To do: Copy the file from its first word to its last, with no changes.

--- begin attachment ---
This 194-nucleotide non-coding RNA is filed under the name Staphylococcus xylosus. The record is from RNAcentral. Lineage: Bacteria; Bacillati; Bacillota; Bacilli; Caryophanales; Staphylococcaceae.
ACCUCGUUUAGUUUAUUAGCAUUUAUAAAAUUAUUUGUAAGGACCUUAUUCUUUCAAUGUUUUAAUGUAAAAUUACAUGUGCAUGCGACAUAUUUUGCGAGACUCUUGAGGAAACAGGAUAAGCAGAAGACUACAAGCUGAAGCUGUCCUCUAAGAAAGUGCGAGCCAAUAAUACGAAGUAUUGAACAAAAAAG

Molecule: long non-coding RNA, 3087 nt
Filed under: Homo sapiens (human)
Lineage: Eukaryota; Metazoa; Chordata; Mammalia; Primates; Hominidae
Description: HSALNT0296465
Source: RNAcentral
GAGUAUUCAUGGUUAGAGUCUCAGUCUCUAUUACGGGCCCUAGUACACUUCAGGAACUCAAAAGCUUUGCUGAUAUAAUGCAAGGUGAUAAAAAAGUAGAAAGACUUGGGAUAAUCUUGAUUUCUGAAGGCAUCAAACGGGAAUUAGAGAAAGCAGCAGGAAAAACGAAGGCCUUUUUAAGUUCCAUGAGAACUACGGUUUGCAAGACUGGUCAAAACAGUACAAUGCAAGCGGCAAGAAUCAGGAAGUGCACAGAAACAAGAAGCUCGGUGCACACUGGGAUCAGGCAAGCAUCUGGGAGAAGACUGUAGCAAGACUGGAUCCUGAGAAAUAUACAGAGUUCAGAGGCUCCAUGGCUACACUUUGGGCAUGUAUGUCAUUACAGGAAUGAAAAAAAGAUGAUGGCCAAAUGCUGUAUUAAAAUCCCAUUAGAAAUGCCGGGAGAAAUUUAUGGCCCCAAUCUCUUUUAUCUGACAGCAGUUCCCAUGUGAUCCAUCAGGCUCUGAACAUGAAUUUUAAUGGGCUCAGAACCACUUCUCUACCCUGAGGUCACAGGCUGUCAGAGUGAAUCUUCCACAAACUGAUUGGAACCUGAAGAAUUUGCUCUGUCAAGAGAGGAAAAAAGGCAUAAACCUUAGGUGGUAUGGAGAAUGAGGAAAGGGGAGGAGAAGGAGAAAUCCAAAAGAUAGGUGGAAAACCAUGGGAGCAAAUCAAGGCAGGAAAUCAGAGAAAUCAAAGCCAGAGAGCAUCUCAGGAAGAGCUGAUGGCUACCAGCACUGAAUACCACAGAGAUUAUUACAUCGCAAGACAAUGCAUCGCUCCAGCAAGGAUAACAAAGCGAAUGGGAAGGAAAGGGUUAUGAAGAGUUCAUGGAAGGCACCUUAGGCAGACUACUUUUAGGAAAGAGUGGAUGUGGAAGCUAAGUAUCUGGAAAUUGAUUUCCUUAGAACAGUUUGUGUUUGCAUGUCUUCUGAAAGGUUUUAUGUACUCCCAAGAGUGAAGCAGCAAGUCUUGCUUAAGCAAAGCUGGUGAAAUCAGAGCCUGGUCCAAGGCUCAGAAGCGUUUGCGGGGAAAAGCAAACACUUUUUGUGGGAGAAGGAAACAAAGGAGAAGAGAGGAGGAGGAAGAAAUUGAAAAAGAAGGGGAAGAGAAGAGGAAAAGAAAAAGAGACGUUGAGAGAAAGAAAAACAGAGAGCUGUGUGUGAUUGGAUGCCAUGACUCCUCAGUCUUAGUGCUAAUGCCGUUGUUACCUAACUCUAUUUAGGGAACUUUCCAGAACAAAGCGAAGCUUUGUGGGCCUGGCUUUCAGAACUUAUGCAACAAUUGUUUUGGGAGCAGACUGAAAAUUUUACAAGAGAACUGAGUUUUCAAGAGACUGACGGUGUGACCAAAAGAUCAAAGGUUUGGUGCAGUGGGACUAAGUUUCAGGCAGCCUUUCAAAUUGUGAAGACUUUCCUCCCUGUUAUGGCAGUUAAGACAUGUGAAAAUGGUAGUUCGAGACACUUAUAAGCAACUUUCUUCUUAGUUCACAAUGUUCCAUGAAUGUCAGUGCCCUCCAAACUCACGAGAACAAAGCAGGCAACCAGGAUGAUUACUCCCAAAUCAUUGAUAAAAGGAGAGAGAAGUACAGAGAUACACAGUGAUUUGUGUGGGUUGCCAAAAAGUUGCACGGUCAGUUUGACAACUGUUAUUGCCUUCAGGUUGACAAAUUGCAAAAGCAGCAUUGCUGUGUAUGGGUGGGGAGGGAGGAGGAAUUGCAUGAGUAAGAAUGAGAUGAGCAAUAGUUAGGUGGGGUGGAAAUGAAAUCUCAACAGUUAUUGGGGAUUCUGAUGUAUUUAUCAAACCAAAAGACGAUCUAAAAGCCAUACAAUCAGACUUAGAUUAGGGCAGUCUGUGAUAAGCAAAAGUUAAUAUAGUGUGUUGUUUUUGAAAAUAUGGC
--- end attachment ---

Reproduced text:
This 194-nucleotide non-coding RNA is filed under the name Staphylococcus xylosus. The record is from RNAcentral. Lineage: Bacteria; Bacillati; Bacillota; Bacilli; Caryophanales; Staphylococcaceae.
ACCUCGUUUAGUUUAUUAGCAUUUAUAAAAUUAUUUGUAAGGACCUUAUUCUUUCAAUGUUUUAAUGUAAAAUUACAUGUGCAUGCGACAUAUUUUGCGAGACUCUUGAGGAAACAGGAUAAGCAGAAGACUACAAGCUGAAGCUGUCCUCUAAGAAAGUGCGAGCCAAUAAUACGAAGUAUUGAACAAAAAAG

Molecule: long non-coding RNA, 3087 nt
Filed under: Homo sapiens (human)
Lineage: Eukaryota; Metazoa; Chordata; Mammalia; Primates; Hominidae
Description: HSALNT0296465
Source: RNAcentral
GAGUAUUCAUGGUUAGAGUCUCAGUCUCUAUUACGGGCCCUAGUACACUUCAGGAACUCAAAAGCUUUGCUGAUAUAAUGCAAGGUGAUAAAAAAGUAGAAAGACUUGGGAUAAUCUUGAUUUCUGAAGGCAUCAAACGGGAAUUAGAGAAAGCAGCAGGAAAAACGAAGGCCUUUUUAAGUUCCAUGAGAACUACGGUUUGCAAGACUGGUCAAAACAGUACAAUGCAAGCGGCAAGAAUCAGGAAGUGCACAGAAACAAGAAGCUCGGUGCACACUGGGAUCAGGCAAGCAUCUGGGAGAAGACUGUAGCAAGACUGGAUCCUGAGAAAUAUACAGAGUUCAGAGGCUCCAUGGCUACACUUUGGGCAUGUAUGUCAUUACAGGAAUGAAAAAAAGAUGAUGGCCAAAUGCUGUAUUAAAAUCCCAUUAGAAAUGCCGGGAGAAAUUUAUGGCCCCAAUCUCUUUUAUCUGACAGCAGUUCCCAUGUGAUCCAUCAGGCUCUGAACAUGAAUUUUAAUGGGCUCAGAACCACUUCUCUACCCUGAGGUCACAGGCUGUCAGAGUGAAUCUUCCACAAACUGAUUGGAACCUGAAGAAUUUGCUCUGUCAAGAGAGGAAAAAAGGCAUAAACCUUAGGUGGUAUGGAGAAUGAGGAAAGGGGAGGAGAAGGAGAAAUCCAAAAGAUAGGUGGAAAACCAUGGGAGCAAAUCAAGGCAGGAAAUCAGAGAAAUCAAAGCCAGAGAGCAUCUCAGGAAGAGCUGAUGGCUACCAGCACUGAAUACCACAGAGAUUAUUACAUCGCAAGACAAUGCAUCGCUCCAGCAAGGAUAACAAAGCGAAUGGGAAGGAAAGGGUUAUGAAGAGUUCAUGGAAGGCACCUUAGGCAGACUACUUUUAGGAAAGAGUGGAUGUGGAAGCUAAGUAUCUGGAAAUUGAUUUCCUUAGAACAGUUUGUGUUUGCAUGUCUUCUGAAAGGUUUUAUGUACUCCCAAGAGUGAAGCAGCAAGUCUUGCUUAAGCAAAGCUGGUGAAAUCAGAGCCUGGUCCAAGGCUCAGAAGCGUUUGCGGGGAAAAGCAAACACUUUUUGUGGGAGAAGGAAACAAAGGAGAAGAGAGGAGGAGGAAGAAAUUGAAAAAGAAGGGGAAGAGAAGAGGAAAAGAAAAAGAGACGUUGAGAGAAAGAAAAACAGAGAGCUGUGUGUGAUUGGAUGCCAUGACUCCUCAGUCUUAGUGCUAAUGCCGUUGUUACCUAACUCUAUUUAGGGAACUUUCCAGAACAAAGCGAAGCUUUGUGGGCCUGGCUUUCAGAACUUAUGCAACAAUUGUUUUGGGAGCAGACUGAAAAUUUUACAAGAGAACUGAGUUUUCAAGAGACUGACGGUGUGACCAAAAGAUCAAAGGUUUGGUGCAGUGGGACUAAGUUUCAGGCAGCCUUUCAAAUUGUGAAGACUUUCCUCCCUGUUAUGGCAGUUAAGACAUGUGAAAAUGGUAGUUCGAGACACUUAUAAGCAACUUUCUUCUUAGUUCACAAUGUUCCAUGAAUGUCAGUGCCCUCCAAACUCACGAGAACAAAGCAGGCAACCAGGAUGAUUACUCCCAAAUCAUUGAUAAAAGGAGAGAGAAGUACAGAGAUACACAGUGAUUUGUGUGGGUUGCCAAAAAGUUGCACGGUCAGUUUGACAACUGUUAUUGCCUUCAGGUUGACAAAUUGCAAAAGCAGCAUUGCUGUGUAUGGGUGGGGAGGGAGGAGGAAUUGCAUGAGUAAGAAUGAGAUGAGCAAUAGUUAGGUGGGGUGGAAAUGAAAUCUCAACAGUUAUUGGGGAUUCUGAUGUAUUUAUCAAACCAAAAGACGAUCUAAAAGCCAUACAAUCAGACUUAGAUUAGGGCAGUCUGUGAUAAGCAAAAGUUAAUAUAGUGUGUUGUUUUUGAAAAUAUGGC